Activities to Promote Resilience During Health Information System Transitions

Open Access
Conference Proceedings
Authors: Helen FullerTimothy ArnoldMichael O NeilDarren Wilson

Abstract: Health information systems are ubiquitous in modern medicine. They are sometimes involved in problems with the delivery of care, and this seems to be especially prevalent when transitioning to a new system. Resilience is the ability of systems to respond to unexpected demands or circumstances to allow resumption or continuation of normal operations. We propose that some methods and techniques commonly used in human factors and usability work may promote system resilience, which may be especially important during times of transition. Examples include contextual inquiry, task analysis, risk assessment, and trade-off studies. These activities help people understand and communicate context of use and gain a more comprehensive understanding of the difference between work-as-done (WAD) and work-as-imagined (WAI), as well as navigate risks and benefits when making decisions regarding system changes.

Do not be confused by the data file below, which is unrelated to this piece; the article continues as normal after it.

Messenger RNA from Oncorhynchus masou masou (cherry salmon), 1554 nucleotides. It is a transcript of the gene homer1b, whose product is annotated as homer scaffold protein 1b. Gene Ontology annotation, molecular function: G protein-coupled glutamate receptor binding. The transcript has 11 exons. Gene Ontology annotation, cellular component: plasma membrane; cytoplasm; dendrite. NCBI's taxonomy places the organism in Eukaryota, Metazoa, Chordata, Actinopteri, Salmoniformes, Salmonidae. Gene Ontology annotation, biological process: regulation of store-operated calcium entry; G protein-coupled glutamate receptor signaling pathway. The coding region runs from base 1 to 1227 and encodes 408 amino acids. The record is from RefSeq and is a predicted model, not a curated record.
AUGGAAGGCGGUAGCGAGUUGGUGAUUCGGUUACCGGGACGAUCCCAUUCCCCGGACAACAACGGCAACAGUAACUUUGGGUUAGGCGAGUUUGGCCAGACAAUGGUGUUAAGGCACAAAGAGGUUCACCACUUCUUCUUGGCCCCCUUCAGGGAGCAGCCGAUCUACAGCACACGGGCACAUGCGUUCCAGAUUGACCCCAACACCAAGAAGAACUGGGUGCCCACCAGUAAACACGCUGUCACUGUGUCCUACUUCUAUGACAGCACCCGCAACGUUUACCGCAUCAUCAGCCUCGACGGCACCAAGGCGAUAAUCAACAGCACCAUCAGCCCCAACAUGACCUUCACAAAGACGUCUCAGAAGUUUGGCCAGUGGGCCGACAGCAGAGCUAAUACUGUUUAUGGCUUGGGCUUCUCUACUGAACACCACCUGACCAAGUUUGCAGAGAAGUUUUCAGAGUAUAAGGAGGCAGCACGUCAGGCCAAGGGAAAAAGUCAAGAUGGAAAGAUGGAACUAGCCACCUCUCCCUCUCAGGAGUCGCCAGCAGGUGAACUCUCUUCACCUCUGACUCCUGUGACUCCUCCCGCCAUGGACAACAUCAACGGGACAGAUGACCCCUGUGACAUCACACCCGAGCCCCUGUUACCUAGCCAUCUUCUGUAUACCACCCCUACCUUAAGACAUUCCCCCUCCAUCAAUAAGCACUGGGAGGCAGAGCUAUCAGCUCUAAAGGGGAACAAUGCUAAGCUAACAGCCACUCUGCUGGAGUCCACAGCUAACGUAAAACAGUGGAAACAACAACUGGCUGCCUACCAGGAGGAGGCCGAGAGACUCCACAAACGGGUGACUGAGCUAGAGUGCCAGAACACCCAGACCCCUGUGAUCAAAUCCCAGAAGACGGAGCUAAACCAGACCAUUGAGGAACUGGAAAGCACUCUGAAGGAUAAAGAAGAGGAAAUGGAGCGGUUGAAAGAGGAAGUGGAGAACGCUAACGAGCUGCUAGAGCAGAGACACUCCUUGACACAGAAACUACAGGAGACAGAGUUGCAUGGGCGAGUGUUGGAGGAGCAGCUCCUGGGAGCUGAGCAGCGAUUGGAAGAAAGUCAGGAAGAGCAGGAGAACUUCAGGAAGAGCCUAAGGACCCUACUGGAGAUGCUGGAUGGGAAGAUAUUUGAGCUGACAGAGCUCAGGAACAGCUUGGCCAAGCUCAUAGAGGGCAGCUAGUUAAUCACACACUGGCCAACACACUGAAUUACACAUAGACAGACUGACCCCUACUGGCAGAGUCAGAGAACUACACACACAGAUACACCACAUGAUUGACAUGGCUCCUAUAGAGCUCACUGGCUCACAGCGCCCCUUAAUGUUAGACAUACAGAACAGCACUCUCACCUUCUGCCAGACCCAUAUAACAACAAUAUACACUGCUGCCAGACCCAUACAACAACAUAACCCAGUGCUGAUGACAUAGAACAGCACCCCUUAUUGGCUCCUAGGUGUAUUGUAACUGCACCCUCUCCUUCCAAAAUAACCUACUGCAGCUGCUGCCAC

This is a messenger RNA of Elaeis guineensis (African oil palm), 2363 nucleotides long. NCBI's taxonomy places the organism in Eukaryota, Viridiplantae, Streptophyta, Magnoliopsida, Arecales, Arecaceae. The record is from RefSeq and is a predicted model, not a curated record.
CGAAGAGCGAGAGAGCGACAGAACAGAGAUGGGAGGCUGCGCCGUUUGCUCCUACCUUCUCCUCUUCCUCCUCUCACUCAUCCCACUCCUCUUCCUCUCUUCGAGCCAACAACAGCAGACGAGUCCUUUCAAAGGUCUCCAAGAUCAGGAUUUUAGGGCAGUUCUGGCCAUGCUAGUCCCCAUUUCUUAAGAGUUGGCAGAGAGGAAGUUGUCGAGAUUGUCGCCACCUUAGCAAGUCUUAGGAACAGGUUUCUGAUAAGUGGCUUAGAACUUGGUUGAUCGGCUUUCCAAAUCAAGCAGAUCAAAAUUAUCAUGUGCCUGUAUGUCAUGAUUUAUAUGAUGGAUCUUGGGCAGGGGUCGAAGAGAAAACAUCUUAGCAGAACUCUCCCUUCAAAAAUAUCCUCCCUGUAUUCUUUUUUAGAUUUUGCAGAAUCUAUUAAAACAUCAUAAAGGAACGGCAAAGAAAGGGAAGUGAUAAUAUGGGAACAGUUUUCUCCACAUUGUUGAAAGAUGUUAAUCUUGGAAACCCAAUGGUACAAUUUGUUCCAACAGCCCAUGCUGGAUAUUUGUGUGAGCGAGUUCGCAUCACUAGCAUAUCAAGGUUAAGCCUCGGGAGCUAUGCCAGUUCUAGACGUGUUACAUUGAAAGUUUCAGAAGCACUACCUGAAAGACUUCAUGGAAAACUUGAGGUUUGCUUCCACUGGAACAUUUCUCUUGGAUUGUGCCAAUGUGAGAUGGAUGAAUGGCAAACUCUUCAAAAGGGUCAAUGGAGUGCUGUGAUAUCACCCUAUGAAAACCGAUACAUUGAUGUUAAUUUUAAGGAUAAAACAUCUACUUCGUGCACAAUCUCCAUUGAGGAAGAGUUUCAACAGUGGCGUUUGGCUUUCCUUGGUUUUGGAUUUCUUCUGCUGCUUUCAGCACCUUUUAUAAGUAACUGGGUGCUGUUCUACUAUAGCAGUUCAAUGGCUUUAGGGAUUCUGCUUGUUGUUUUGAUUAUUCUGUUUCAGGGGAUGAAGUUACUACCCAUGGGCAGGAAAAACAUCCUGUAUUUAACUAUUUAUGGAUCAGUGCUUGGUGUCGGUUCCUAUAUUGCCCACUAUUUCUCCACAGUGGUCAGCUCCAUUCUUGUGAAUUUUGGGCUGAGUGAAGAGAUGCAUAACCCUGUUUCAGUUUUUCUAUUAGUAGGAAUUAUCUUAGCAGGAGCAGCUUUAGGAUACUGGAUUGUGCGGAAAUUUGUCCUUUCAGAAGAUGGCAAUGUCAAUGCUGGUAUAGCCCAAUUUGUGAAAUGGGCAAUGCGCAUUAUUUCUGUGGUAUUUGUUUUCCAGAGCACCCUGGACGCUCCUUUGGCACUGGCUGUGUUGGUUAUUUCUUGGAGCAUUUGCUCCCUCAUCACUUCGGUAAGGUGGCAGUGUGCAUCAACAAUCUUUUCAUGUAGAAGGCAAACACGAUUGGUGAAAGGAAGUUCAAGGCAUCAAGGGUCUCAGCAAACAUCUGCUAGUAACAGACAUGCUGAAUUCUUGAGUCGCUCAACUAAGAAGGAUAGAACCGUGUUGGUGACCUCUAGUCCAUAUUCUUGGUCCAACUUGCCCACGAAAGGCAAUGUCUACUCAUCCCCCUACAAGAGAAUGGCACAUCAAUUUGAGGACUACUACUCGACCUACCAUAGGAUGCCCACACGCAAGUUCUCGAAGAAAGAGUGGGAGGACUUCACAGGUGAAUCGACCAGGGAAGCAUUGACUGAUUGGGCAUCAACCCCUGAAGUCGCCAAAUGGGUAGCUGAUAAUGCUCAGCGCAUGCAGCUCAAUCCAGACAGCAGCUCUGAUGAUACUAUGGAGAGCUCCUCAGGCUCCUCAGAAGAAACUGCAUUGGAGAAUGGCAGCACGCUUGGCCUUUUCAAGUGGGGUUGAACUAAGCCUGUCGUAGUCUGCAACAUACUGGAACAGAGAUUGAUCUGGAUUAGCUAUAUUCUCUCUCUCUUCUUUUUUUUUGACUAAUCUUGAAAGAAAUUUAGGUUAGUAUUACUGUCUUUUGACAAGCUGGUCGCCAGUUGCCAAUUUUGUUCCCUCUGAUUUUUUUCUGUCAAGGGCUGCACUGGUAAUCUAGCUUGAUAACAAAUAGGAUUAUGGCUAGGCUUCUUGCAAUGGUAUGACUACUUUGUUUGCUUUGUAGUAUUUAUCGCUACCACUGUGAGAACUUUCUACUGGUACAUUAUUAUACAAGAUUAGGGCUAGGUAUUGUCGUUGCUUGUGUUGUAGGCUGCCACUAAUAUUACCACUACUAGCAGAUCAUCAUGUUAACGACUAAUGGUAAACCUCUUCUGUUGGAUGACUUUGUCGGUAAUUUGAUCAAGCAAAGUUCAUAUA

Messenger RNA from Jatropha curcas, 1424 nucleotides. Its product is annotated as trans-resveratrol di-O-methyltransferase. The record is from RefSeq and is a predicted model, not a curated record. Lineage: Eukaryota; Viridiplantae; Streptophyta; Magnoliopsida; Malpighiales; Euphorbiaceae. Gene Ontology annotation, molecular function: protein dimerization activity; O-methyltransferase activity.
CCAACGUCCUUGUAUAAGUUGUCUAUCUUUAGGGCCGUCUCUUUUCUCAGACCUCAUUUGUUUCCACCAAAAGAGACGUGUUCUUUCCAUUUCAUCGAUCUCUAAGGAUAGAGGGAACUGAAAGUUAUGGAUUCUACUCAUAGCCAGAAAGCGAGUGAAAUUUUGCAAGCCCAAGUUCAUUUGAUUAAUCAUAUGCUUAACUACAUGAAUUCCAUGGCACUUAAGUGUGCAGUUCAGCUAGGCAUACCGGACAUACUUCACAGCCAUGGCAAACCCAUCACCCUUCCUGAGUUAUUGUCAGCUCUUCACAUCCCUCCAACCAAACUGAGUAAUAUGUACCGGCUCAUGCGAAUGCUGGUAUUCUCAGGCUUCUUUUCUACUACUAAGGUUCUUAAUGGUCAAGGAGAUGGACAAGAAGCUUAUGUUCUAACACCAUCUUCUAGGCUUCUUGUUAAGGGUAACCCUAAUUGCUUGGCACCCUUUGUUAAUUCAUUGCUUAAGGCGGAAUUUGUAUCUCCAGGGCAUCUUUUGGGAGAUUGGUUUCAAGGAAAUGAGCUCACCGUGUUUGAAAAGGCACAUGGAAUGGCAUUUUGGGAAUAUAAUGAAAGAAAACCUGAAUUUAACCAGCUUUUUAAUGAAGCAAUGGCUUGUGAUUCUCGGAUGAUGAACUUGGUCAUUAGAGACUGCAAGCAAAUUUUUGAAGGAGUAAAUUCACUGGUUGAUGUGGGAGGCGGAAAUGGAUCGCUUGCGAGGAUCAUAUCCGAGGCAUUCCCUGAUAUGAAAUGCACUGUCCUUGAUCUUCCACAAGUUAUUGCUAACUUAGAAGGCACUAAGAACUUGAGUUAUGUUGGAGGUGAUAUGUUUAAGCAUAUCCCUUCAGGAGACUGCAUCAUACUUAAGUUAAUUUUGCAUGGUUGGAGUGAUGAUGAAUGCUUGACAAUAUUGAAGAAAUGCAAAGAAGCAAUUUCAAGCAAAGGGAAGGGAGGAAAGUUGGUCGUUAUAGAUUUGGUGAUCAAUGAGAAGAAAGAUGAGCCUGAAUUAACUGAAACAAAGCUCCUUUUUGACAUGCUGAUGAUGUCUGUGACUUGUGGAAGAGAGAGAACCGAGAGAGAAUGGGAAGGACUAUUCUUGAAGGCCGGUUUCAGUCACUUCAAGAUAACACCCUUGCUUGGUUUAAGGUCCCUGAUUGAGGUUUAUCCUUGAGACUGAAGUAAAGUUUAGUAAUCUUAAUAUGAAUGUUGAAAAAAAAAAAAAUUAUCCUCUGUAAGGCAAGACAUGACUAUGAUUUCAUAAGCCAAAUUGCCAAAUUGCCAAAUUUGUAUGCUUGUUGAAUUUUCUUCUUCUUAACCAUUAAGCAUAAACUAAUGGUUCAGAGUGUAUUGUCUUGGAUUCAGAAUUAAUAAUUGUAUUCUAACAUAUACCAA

Keywords: Human Factors, Resilience, Safety, Patient Safety, Human Systems Integration, Systems Engineering

DOI: 10.54941/ahfe1003487

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